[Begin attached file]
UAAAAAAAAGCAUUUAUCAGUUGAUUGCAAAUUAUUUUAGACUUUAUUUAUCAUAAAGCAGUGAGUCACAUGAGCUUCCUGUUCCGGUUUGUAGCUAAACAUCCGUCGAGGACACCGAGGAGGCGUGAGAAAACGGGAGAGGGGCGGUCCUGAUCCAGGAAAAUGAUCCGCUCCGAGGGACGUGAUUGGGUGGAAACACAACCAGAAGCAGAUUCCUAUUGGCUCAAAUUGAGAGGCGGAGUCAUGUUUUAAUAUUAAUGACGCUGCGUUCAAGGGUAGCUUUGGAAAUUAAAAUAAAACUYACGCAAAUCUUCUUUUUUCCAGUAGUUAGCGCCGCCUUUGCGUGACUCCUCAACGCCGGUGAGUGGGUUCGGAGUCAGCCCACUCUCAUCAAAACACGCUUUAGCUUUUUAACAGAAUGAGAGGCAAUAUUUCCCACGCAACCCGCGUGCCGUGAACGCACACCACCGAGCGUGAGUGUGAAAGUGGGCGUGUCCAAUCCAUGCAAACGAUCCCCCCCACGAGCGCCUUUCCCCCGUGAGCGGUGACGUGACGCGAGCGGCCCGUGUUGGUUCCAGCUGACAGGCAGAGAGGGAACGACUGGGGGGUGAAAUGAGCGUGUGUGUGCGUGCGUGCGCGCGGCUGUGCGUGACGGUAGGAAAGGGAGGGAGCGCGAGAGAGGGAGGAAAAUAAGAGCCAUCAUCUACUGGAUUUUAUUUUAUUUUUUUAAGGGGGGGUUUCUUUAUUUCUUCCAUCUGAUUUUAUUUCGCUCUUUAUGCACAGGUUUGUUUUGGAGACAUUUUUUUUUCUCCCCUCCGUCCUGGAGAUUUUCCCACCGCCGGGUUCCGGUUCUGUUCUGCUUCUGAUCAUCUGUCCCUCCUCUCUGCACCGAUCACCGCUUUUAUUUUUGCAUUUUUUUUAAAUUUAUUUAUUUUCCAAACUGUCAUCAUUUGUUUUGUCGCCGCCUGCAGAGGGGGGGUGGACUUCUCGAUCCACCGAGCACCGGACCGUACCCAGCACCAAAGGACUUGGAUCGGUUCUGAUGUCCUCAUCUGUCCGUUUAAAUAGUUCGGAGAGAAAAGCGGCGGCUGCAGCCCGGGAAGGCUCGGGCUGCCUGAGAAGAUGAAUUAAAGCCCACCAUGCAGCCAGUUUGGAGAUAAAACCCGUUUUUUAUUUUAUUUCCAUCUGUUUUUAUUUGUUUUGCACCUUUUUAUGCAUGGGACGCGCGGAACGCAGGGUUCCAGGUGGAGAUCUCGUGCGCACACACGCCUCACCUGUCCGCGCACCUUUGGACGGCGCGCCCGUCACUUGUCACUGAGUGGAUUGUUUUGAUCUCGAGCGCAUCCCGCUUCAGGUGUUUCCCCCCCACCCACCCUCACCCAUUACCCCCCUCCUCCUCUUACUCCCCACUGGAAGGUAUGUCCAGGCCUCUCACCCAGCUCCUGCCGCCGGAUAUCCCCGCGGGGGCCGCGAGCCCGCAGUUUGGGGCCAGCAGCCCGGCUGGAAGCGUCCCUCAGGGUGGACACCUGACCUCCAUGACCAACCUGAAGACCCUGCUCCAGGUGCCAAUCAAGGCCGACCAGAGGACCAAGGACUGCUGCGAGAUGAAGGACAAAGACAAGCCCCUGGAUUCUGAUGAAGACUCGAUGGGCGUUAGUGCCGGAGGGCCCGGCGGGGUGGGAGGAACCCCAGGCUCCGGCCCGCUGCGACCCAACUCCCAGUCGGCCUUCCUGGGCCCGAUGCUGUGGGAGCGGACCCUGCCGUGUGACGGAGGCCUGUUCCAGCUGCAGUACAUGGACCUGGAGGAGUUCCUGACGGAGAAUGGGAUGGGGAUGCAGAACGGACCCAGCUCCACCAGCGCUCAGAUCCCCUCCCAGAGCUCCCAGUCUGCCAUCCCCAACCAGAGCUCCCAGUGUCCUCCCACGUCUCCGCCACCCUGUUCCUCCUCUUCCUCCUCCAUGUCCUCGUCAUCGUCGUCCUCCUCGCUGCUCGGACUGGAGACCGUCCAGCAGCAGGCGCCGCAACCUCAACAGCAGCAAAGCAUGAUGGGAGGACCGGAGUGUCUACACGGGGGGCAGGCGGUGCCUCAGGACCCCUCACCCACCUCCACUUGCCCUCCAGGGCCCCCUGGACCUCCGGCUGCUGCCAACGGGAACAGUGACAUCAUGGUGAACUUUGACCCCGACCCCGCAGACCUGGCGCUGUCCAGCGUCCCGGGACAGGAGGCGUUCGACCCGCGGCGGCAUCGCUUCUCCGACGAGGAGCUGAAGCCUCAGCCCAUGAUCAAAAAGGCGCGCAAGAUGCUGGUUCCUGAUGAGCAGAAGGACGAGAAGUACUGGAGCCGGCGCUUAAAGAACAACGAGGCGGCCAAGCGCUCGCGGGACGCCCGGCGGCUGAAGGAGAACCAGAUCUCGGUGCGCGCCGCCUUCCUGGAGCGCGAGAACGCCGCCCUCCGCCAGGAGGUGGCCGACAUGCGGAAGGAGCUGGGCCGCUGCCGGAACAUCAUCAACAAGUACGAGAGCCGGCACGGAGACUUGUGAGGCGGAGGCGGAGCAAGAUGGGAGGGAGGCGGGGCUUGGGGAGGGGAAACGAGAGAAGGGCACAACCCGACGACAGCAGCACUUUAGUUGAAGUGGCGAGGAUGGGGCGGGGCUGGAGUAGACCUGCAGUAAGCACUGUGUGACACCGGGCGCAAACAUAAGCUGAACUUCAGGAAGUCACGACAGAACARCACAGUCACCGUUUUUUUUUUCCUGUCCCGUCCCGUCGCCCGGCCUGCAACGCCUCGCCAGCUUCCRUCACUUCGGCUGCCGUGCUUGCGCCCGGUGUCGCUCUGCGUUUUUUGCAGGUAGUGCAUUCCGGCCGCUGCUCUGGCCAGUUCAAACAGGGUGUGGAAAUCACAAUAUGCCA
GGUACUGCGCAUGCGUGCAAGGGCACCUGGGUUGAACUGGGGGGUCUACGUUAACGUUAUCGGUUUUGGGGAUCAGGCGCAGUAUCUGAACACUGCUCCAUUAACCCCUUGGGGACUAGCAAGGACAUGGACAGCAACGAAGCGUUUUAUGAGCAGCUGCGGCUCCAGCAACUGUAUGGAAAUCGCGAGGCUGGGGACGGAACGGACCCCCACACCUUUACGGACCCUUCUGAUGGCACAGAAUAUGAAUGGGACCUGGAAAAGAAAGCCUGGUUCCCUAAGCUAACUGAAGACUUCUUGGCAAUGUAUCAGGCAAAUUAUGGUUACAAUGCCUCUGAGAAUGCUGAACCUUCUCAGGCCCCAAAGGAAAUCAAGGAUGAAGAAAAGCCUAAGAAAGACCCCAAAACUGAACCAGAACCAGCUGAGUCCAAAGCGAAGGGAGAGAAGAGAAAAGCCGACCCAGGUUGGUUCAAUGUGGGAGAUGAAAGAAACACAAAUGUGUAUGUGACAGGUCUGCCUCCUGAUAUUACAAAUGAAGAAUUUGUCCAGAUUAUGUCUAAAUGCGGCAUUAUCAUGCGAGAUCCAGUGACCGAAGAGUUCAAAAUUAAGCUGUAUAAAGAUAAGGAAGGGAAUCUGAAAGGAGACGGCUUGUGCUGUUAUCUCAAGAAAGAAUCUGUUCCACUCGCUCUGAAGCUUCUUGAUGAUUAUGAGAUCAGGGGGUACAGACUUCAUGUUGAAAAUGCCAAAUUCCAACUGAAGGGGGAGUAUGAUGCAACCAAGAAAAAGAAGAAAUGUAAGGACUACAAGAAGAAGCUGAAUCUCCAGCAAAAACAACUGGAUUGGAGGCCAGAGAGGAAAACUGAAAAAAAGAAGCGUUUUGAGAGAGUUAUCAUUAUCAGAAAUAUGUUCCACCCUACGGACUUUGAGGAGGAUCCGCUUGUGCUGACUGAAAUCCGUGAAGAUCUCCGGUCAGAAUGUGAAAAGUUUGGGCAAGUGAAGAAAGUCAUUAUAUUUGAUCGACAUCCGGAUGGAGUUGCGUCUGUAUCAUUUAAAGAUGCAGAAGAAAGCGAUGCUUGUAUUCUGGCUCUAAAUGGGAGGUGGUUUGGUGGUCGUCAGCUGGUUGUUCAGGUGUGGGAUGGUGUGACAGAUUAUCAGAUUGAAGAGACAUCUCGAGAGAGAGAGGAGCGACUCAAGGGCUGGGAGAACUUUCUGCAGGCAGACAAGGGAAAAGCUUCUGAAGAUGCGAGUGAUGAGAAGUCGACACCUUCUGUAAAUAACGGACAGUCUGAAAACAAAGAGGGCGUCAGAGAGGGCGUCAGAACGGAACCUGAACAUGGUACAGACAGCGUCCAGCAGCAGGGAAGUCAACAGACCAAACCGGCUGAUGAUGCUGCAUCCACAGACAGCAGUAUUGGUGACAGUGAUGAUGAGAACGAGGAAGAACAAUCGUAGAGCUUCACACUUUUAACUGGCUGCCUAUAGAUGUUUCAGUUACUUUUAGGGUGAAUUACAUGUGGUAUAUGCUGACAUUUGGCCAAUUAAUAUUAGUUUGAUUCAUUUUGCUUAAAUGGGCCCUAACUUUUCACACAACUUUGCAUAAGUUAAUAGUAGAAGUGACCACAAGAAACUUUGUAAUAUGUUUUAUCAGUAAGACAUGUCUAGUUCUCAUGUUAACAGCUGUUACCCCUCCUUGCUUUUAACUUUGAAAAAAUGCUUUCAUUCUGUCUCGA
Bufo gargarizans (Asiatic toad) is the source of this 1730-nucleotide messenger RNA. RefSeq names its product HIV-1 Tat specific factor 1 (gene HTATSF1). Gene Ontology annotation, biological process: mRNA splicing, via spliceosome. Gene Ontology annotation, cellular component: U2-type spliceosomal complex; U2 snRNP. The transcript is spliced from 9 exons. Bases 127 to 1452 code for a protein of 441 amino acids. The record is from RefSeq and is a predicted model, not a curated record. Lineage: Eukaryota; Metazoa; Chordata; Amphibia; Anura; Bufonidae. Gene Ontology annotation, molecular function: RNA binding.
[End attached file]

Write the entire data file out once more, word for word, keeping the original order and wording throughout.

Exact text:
UAAAAAAAAGCAUUUAUCAGUUGAUUGCAAAUUAUUUUAGACUUUAUUUAUCAUAAAGCAGUGAGUCACAUGAGCUUCCUGUUCCGGUUUGUAGCUAAACAUCCGUCGAGGACACCGAGGAGGCGUGAGAAAACGGGAGAGGGGCGGUCCUGAUCCAGGAAAAUGAUCCGCUCCGAGGGACGUGAUUGGGUGGAAACACAACCAGAAGCAGAUUCCUAUUGGCUCAAAUUGAGAGGCGGAGUCAUGUUUUAAUAUUAAUGACGCUGCGUUCAAGGGUAGCUUUGGAAAUUAAAAUAAAACUYACGCAAAUCUUCUUUUUUCCAGUAGUUAGCGCCGCCUUUGCGUGACUCCUCAACGCCGGUGAGUGGGUUCGGAGUCAGCCCACUCUCAUCAAAACACGCUUUAGCUUUUUAACAGAAUGAGAGGCAAUAUUUCCCACGCAACCCGCGUGCCGUGAACGCACACCACCGAGCGUGAGUGUGAAAGUGGGCGUGUCCAAUCCAUGCAAACGAUCCCCCCCACGAGCGCCUUUCCCCCGUGAGCGGUGACGUGACGCGAGCGGCCCGUGUUGGUUCCAGCUGACAGGCAGAGAGGGAACGACUGGGGGGUGAAAUGAGCGUGUGUGUGCGUGCGUGCGCGCGGCUGUGCGUGACGGUAGGAAAGGGAGGGAGCGCGAGAGAGGGAGGAAAAUAAGAGCCAUCAUCUACUGGAUUUUAUUUUAUUUUUUUAAGGGGGGGUUUCUUUAUUUCUUCCAUCUGAUUUUAUUUCGCUCUUUAUGCACAGGUUUGUUUUGGAGACAUUUUUUUUUCUCCCCUCCGUCCUGGAGAUUUUCCCACCGCCGGGUUCCGGUUCUGUUCUGCUUCUGAUCAUCUGUCCCUCCUCUCUGCACCGAUCACCGCUUUUAUUUUUGCAUUUUUUUUAAAUUUAUUUAUUUUCCAAACUGUCAUCAUUUGUUUUGUCGCCGCCUGCAGAGGGGGGGUGGACUUCUCGAUCCACCGAGCACCGGACCGUACCCAGCACCAAAGGACUUGGAUCGGUUCUGAUGUCCUCAUCUGUCCGUUUAAAUAGUUCGGAGAGAAAAGCGGCGGCUGCAGCCCGGGAAGGCUCGGGCUGCCUGAGAAGAUGAAUUAAAGCCCACCAUGCAGCCAGUUUGGAGAUAAAACCCGUUUUUUAUUUUAUUUCCAUCUGUUUUUAUUUGUUUUGCACCUUUUUAUGCAUGGGACGCGCGGAACGCAGGGUUCCAGGUGGAGAUCUCGUGCGCACACACGCCUCACCUGUCCGCGCACCUUUGGACGGCGCGCCCGUCACUUGUCACUGAGUGGAUUGUUUUGAUCUCGAGCGCAUCCCGCUUCAGGUGUUUCCCCCCCACCCACCCUCACCCAUUACCCCCCUCCUCCUCUUACUCCCCACUGGAAGGUAUGUCCAGGCCUCUCACCCAGCUCCUGCCGCCGGAUAUCCCCGCGGGGGCCGCGAGCCCGCAGUUUGGGGCCAGCAGCCCGGCUGGAAGCGUCCCUCAGGGUGGACACCUGACCUCCAUGACCAACCUGAAGACCCUGCUCCAGGUGCCAAUCAAGGCCGACCAGAGGACCAAGGACUGCUGCGAGAUGAAGGACAAAGACAAGCCCCUGGAUUCUGAUGAAGACUCGAUGGGCGUUAGUGCCGGAGGGCCCGGCGGGGUGGGAGGAACCCCAGGCUCCGGCCCGCUGCGACCCAACUCCCAGUCGGCCUUCCUGGGCCCGAUGCUGUGGGAGCGGACCCUGCCGUGUGACGGAGGCCUGUUCCAGCUGCAGUACAUGGACCUGGAGGAGUUCCUGACGGAGAAUGGGAUGGGGAUGCAGAACGGACCCAGCUCCACCAGCGCUCAGAUCCCCUCCCAGAGCUCCCAGUCUGCCAUCCCCAACCAGAGCUCCCAGUGUCCUCCCACGUCUCCGCCACCCUGUUCCUCCUCUUCCUCCUCCAUGUCCUCGUCAUCGUCGUCCUCCUCGCUGCUCGGACUGGAGACCGUCCAGCAGCAGGCGCCGCAACCUCAACAGCAGCAAAGCAUGAUGGGAGGACCGGAGUGUCUACACGGGGGGCAGGCGGUGCCUCAGGACCCCUCACCCACCUCCACUUGCCCUCCAGGGCCCCCUGGACCUCCGGCUGCUGCCAACGGGAACAGUGACAUCAUGGUGAACUUUGACCCCGACCCCGCAGACCUGGCGCUGUCCAGCGUCCCGGGACAGGAGGCGUUCGACCCGCGGCGGCAUCGCUUCUCCGACGAGGAGCUGAAGCCUCAGCCCAUGAUCAAAAAGGCGCGCAAGAUGCUGGUUCCUGAUGAGCAGAAGGACGAGAAGUACUGGAGCCGGCGCUUAAAGAACAACGAGGCGGCCAAGCGCUCGCGGGACGCCCGGCGGCUGAAGGAGAACCAGAUCUCGGUGCGCGCCGCCUUCCUGGAGCGCGAGAACGCCGCCCUCCGCCAGGAGGUGGCCGACAUGCGGAAGGAGCUGGGCCGCUGCCGGAACAUCAUCAACAAGUACGAGAGCCGGCACGGAGACUUGUGAGGCGGAGGCGGAGCAAGAUGGGAGGGAGGCGGGGCUUGGGGAGGGGAAACGAGAGAAGGGCACAACCCGACGACAGCAGCACUUUAGUUGAAGUGGCGAGGAUGGGGCGGGGCUGGAGUAGACCUGCAGUAAGCACUGUGUGACACCGGGCGCAAACAUAAGCUGAACUUCAGGAAGUCACGACAGAACARCACAGUCACCGUUUUUUUUUUCCUGUCCCGUCCCGUCGCCCGGCCUGCAACGCCUCGCCAGCUUCCRUCACUUCGGCUGCCGUGCUUGCGCCCGGUGUCGCUCUGCGUUUUUUGCAGGUAGUGCAUUCCGGCCGCUGCUCUGGCCAGUUCAAACAGGGUGUGGAAAUCACAAUAUGCCA
GGUACUGCGCAUGCGUGCAAGGGCACCUGGGUUGAACUGGGGGGUCUACGUUAACGUUAUCGGUUUUGGGGAUCAGGCGCAGUAUCUGAACACUGCUCCAUUAACCCCUUGGGGACUAGCAAGGACAUGGACAGCAACGAAGCGUUUUAUGAGCAGCUGCGGCUCCAGCAACUGUAUGGAAAUCGCGAGGCUGGGGACGGAACGGACCCCCACACCUUUACGGACCCUUCUGAUGGCACAGAAUAUGAAUGGGACCUGGAAAAGAAAGCCUGGUUCCCUAAGCUAACUGAAGACUUCUUGGCAAUGUAUCAGGCAAAUUAUGGUUACAAUGCCUCUGAGAAUGCUGAACCUUCUCAGGCCCCAAAGGAAAUCAAGGAUGAAGAAAAGCCUAAGAAAGACCCCAAAACUGAACCAGAACCAGCUGAGUCCAAAGCGAAGGGAGAGAAGAGAAAAGCCGACCCAGGUUGGUUCAAUGUGGGAGAUGAAAGAAACACAAAUGUGUAUGUGACAGGUCUGCCUCCUGAUAUUACAAAUGAAGAAUUUGUCCAGAUUAUGUCUAAAUGCGGCAUUAUCAUGCGAGAUCCAGUGACCGAAGAGUUCAAAAUUAAGCUGUAUAAAGAUAAGGAAGGGAAUCUGAAAGGAGACGGCUUGUGCUGUUAUCUCAAGAAAGAAUCUGUUCCACUCGCUCUGAAGCUUCUUGAUGAUUAUGAGAUCAGGGGGUACAGACUUCAUGUUGAAAAUGCCAAAUUCCAACUGAAGGGGGAGUAUGAUGCAACCAAGAAAAAGAAGAAAUGUAAGGACUACAAGAAGAAGCUGAAUCUCCAGCAAAAACAACUGGAUUGGAGGCCAGAGAGGAAAACUGAAAAAAAGAAGCGUUUUGAGAGAGUUAUCAUUAUCAGAAAUAUGUUCCACCCUACGGACUUUGAGGAGGAUCCGCUUGUGCUGACUGAAAUCCGUGAAGAUCUCCGGUCAGAAUGUGAAAAGUUUGGGCAAGUGAAGAAAGUCAUUAUAUUUGAUCGACAUCCGGAUGGAGUUGCGUCUGUAUCAUUUAAAGAUGCAGAAGAAAGCGAUGCUUGUAUUCUGGCUCUAAAUGGGAGGUGGUUUGGUGGUCGUCAGCUGGUUGUUCAGGUGUGGGAUGGUGUGACAGAUUAUCAGAUUGAAGAGACAUCUCGAGAGAGAGAGGAGCGACUCAAGGGCUGGGAGAACUUUCUGCAGGCAGACAAGGGAAAAGCUUCUGAAGAUGCGAGUGAUGAGAAGUCGACACCUUCUGUAAAUAACGGACAGUCUGAAAACAAAGAGGGCGUCAGAGAGGGCGUCAGAACGGAACCUGAACAUGGUACAGACAGCGUCCAGCAGCAGGGAAGUCAACAGACCAAACCGGCUGAUGAUGCUGCAUCCACAGACAGCAGUAUUGGUGACAGUGAUGAUGAGAACGAGGAAGAACAAUCGUAGAGCUUCACACUUUUAACUGGCUGCCUAUAGAUGUUUCAGUUACUUUUAGGGUGAAUUACAUGUGGUAUAUGCUGACAUUUGGCCAAUUAAUAUUAGUUUGAUUCAUUUUGCUUAAAUGGGCCCUAACUUUUCACACAACUUUGCAUAAGUUAAUAGUAGAAGUGACCACAAGAAACUUUGUAAUAUGUUUUAUCAGUAAGACAUGUCUAGUUCUCAUGUUAACAGCUGUUACCCCUCCUUGCUUUUAACUUUGAAAAAAUGCUUUCAUUCUGUCUCGA
Bufo gargarizans (Asiatic toad) is the source of this 1730-nucleotide messenger RNA. RefSeq names its product HIV-1 Tat specific factor 1 (gene HTATSF1). Gene Ontology annotation, biological process: mRNA splicing, via spliceosome. Gene Ontology annotation, cellular component: U2-type spliceosomal complex; U2 snRNP. The transcript is spliced from 9 exons. Bases 127 to 1452 code for a protein of 441 amino acids. The record is from RefSeq and is a predicted model, not a curated record. Lineage: Eukaryota; Metazoa; Chordata; Amphibia; Anura; Bufonidae. Gene Ontology annotation, molecular function: RNA binding.